Many of us have expressed our thoughts on B.J. Upton's strikeouts from time to time throughout his career with the Rays.
- "It’s always been that crappy tinted thing, but whatever it is with him, it is frustrating to see. He does appear to be fooled by strikes more than other guys. I don’t care if he swings and misses because it isn’t like he’s up there taking huge hacks."
- "With his ridiculously long swing,he NEVER will consistently hit for a high average.Sure, he may have the bat speed, but his swing leaves far too much margin for error.The vast majority of successful hitters swings are short and quick to the ball."
- "...he is a guess hitter, plain and simple. There is little attempt to recognize pitches and even less to understand how the pitcher is trying to work his at bat. The watching of so many hittable pitches that he takes, especially down the middle, and the missing of just as many sliders away and out of the strike zone, to me means he is looking for a certain pitch and his mind is usually made up that he will either swing or not swing."
Whelk and the artist formerly known as Sandy Kazmir both did excellent articles last year examining Upton's struggles on called third strikes as well as his struggles to predict pitch movement. But has anyone stopped to consider what a season might look like if Upton were to cut down on his strikeout rate and how much of a gain could be made this year if that was his primary goal?
Luckily, we do not even have to look back very far in Upton's own history as he made significant progress in his second full season in the league. His 2007 season was fun to watch as he posted a .387 wOBA in 129 games but also struck out in 28 percent of his plate appearances while walking in 12 percent of them. The 2008 season was one Rays fans will never forget, but one Upton might want to forget as his season was marred by a shoulder injury that eventually led to off-season surgery. He injured the shoulder on May 1st that season. In his own words, he could not swing with power after that, so the side effect of that was making more contact.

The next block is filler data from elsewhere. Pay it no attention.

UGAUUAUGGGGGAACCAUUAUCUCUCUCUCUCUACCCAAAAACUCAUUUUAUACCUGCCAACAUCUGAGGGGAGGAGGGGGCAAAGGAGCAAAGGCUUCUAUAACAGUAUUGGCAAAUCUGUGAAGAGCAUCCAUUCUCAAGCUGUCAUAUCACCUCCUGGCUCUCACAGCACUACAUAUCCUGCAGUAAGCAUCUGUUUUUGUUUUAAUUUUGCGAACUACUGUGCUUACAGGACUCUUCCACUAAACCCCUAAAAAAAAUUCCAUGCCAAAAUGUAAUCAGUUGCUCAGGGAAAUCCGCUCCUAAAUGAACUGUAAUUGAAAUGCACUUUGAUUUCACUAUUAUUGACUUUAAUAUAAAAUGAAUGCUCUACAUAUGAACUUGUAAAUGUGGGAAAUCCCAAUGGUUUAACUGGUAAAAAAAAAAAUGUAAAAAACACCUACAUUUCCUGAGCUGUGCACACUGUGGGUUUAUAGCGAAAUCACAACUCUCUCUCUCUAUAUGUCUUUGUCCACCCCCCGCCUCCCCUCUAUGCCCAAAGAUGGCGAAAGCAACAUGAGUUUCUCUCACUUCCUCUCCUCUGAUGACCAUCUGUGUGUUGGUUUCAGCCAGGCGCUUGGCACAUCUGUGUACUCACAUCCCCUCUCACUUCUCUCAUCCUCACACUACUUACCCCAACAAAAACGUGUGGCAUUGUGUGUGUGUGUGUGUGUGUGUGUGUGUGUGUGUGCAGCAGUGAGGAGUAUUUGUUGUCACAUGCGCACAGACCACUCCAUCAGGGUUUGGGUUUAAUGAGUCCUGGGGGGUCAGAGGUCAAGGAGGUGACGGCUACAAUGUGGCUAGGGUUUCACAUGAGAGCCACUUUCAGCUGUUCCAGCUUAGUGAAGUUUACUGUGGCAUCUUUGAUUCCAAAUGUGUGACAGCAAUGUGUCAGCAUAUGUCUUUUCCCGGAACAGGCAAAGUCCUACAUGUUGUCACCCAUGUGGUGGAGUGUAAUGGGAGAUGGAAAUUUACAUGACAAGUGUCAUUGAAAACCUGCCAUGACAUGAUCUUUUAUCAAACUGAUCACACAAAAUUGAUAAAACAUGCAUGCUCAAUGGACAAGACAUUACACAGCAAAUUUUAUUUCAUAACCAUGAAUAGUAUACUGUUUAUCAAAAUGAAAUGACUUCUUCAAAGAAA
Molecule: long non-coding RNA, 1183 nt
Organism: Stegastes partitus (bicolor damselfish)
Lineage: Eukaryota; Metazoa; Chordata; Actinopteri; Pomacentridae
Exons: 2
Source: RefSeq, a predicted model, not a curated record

"If I could swing the way I wanted to, there would be less doubles and more homers," Upton said. "A lot of my doubles have been off the wall or they one-hop the wall. If I could have really put a full swing into it, I think the story would be a little different."
Since recovering from that surgery, his strikeout rate has climbed back up to the mid-20 percent range but never as high as it was in that 2007 season while his wOBA over the past two seasons is 50 points lower than it was in 2007.
Anyone who has watched or listened to a Rays game has heard a local or national announcer point to Upton's high-maintenance swing, its length, or a combination of both. We have also seen Upton tinker with his own swing within a season, most recently around this past Labor Day when he made this subtle change:
Upton's K% in September was 24 percent, but that was also where he was at in June and July last season so the change in swing may have helped him make better contact as he OPS'd nearly 1000 during the final weeks but not necessarily helped him make more contact.